The President of the United States is not a Prime Minister. We do not have a Westminster-style, unitary system of government in the United States. In a Westminster system, like they have in Britain, the Executive (the Prime Minister) is also a member of the legislative body, and as such is free to introduce, craft, and vote on legislation, in addition to ensuring the law (once passed) is enforced. This is not how the American system works. Rather, we have a strict separation of powers, where the Executive (the president) cannot exercise any legislative powers (the power to make law). The Executive is tasked with enforcing the laws, not making them. As part of our vaunted systems of ‘checks and balances’ though, the Executive is given some legislative power–the president’s approval for new laws is required and the president can also veto legislation coming out of Congress. Although the Veto is a powerful tool, it is only a reactive tool: the president can stop legislation, but he (or she) cannot create it. That is a job for Congress alone.
Indeed, it goes one step further than that! In Parliament, the Prime Minister is also (usually) the leader of his/her party (since being made PM requires a majority of Members of Parliament, or MPs, to vote), so not only does the Prime Minister have the power to craft legislation, it is also his job to marshal it through Parliament and ensure that legislation he approves of is passed and legislation he disapproves of is defeated (though that is usually left to his right hand man, the Chief Whip).
In America, none of this is true. The President is not in Congress, the President has no power to write legislation or pass legislation, and getting legislation through Congress is not the president’s job. That should be left to people like the Speaker of the House (a position actually very similar to a Prime Minister).
In fewer words, I want to see the presidency returned to its proper role: one that stays almost entirely out of legislative matters. The president currently has no power to introduce legislation–though given the heft of the presidency, it is not usually difficult to find a congressman or Senator willing to introduce the legislation on the president’s behalf–but we should move to a political culture where there is no expectation of the president to introduce and marshal legislation through Congress.
The President will of course retain a role in influencing legislation–threatening to veto legislation unless things he approves/disapproves of are added/removed, and there is something to be said in favor of the president acting as a go-between for a divided Congress. Otherwise, my ideal president would remain entirely aloof from the process of making and passing legislation, leaving it to the party leaders and the legislators to get on with the task of legislating.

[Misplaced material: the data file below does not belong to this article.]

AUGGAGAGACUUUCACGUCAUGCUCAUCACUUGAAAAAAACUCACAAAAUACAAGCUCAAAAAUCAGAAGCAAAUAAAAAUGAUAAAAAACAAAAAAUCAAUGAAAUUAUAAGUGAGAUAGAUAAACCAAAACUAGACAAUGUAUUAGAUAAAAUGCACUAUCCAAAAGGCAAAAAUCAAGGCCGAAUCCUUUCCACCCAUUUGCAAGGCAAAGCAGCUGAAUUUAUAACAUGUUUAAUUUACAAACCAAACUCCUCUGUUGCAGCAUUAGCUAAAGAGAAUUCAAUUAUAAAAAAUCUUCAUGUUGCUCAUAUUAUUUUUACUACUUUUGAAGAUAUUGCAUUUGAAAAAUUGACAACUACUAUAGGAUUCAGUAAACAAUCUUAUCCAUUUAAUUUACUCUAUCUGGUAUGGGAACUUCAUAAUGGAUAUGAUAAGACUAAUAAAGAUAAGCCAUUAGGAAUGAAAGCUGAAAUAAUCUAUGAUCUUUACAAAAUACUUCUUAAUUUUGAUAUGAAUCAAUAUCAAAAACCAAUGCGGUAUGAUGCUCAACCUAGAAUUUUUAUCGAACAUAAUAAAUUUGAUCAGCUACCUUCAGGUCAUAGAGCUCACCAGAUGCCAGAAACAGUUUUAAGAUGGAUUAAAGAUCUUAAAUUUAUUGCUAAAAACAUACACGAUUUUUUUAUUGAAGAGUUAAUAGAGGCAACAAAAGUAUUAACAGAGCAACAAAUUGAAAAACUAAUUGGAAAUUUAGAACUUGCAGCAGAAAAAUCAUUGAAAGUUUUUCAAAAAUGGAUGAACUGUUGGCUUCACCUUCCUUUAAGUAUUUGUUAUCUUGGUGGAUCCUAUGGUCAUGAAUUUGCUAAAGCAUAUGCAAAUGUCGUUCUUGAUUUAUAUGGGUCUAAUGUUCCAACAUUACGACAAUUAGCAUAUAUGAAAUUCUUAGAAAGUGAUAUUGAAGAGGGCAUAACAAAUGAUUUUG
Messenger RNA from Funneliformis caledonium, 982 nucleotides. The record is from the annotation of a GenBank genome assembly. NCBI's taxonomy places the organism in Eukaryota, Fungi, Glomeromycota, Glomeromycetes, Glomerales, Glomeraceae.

A long standing tradition of the president promising to the masses that he will pass or have passed certain legislation is, I think, deeply unhealthy for the Republic, as the president/candidate is not only promising something he cannot Constitutionally deliver, he is misleading the American public as to what the president’s job is. I think what is badly needed is a gag order on presidential candidates. I would be in favor of amending the Constitution* if we could make just one exception to the 1st Amendment: presidential candidates can no longer say while running for president that they will “introduce” or “pass” legislation! That is a job which is and ought to be left to Congress.
I am sick and tired of hearing presidential candidates pretending as if they are a Prime Minister, someone who has near complete control of Congress and can just pass legislation on a whim! Indeed, it was this haughty and naive notion which has led, I suspect, to the great disappointment among many Democratic voters for Barack Obama. They were disappointed to discover that a single president cannot in fact usher in profound and sweeping change by force of will and the audacity of hope alone. Though for precisely the same reasons, Democrats everywhere should not fear too much from a Donald Trump administration (and as irksome as I find presidential candidates promising to act as Prime Minister and “pass legislation”, at least paying lip service to Congress and the Constitution is better than Trump’s technique of ignoring it entirely).
*Of course, I would prefer we simply grow a culture mature enough to make that kind of promise ineffective at procuring votes rather than having to amend the Constitution and allow the government to criminalize certain speech.